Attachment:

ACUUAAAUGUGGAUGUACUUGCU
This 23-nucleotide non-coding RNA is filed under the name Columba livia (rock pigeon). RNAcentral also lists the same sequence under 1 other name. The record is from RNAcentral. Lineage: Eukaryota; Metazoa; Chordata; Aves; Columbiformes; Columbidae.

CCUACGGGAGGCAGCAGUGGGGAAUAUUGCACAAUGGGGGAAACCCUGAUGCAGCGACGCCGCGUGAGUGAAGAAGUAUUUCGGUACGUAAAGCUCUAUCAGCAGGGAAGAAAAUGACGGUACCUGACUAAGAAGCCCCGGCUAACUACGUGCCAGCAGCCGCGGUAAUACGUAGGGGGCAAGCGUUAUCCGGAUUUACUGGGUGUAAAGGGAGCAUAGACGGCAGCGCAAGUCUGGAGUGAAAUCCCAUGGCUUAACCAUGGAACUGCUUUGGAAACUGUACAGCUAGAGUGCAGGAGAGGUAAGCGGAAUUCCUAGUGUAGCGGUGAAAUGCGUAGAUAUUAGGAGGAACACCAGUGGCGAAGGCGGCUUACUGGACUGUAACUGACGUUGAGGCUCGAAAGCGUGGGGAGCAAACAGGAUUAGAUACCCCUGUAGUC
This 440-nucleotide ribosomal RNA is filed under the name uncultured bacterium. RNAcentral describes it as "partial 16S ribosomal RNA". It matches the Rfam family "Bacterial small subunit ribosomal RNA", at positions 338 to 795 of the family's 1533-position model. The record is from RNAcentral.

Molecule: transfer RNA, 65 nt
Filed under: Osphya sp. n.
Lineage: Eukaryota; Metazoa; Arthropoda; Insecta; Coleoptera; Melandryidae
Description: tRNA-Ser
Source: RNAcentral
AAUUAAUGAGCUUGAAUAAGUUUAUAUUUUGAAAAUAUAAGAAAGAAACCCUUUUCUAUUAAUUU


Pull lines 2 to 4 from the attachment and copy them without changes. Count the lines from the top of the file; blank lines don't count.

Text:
This 23-nucleotide non-coding RNA is filed under the name Columba livia (rock pigeon). RNAcentral also lists the same sequence under 1 other name. The record is from RNAcentral. Lineage: Eukaryota; Metazoa; Chordata; Aves; Columbiformes; Columbidae.

CCUACGGGAGGCAGCAGUGGGGAAUAUUGCACAAUGGGGGAAACCCUGAUGCAGCGACGCCGCGUGAGUGAAGAAGUAUUUCGGUACGUAAAGCUCUAUCAGCAGGGAAGAAAAUGACGGUACCUGACUAAGAAGCCCCGGCUAACUACGUGCCAGCAGCCGCGGUAAUACGUAGGGGGCAAGCGUUAUCCGGAUUUACUGGGUGUAAAGGGAGCAUAGACGGCAGCGCAAGUCUGGAGUGAAAUCCCAUGGCUUAACCAUGGAACUGCUUUGGAAACUGUACAGCUAGAGUGCAGGAGAGGUAAGCGGAAUUCCUAGUGUAGCGGUGAAAUGCGUAGAUAUUAGGAGGAACACCAGUGGCGAAGGCGGCUUACUGGACUGUAACUGACGUUGAGGCUCGAAAGCGUGGGGAGCAAACAGGAUUAGAUACCCCUGUAGUC
This 440-nucleotide ribosomal RNA is filed under the name uncultured bacterium. RNAcentral describes it as "partial 16S ribosomal RNA". It matches the Rfam family "Bacterial small subunit ribosomal RNA", at positions 338 to 795 of the family's 1533-position model. The record is from RNAcentral.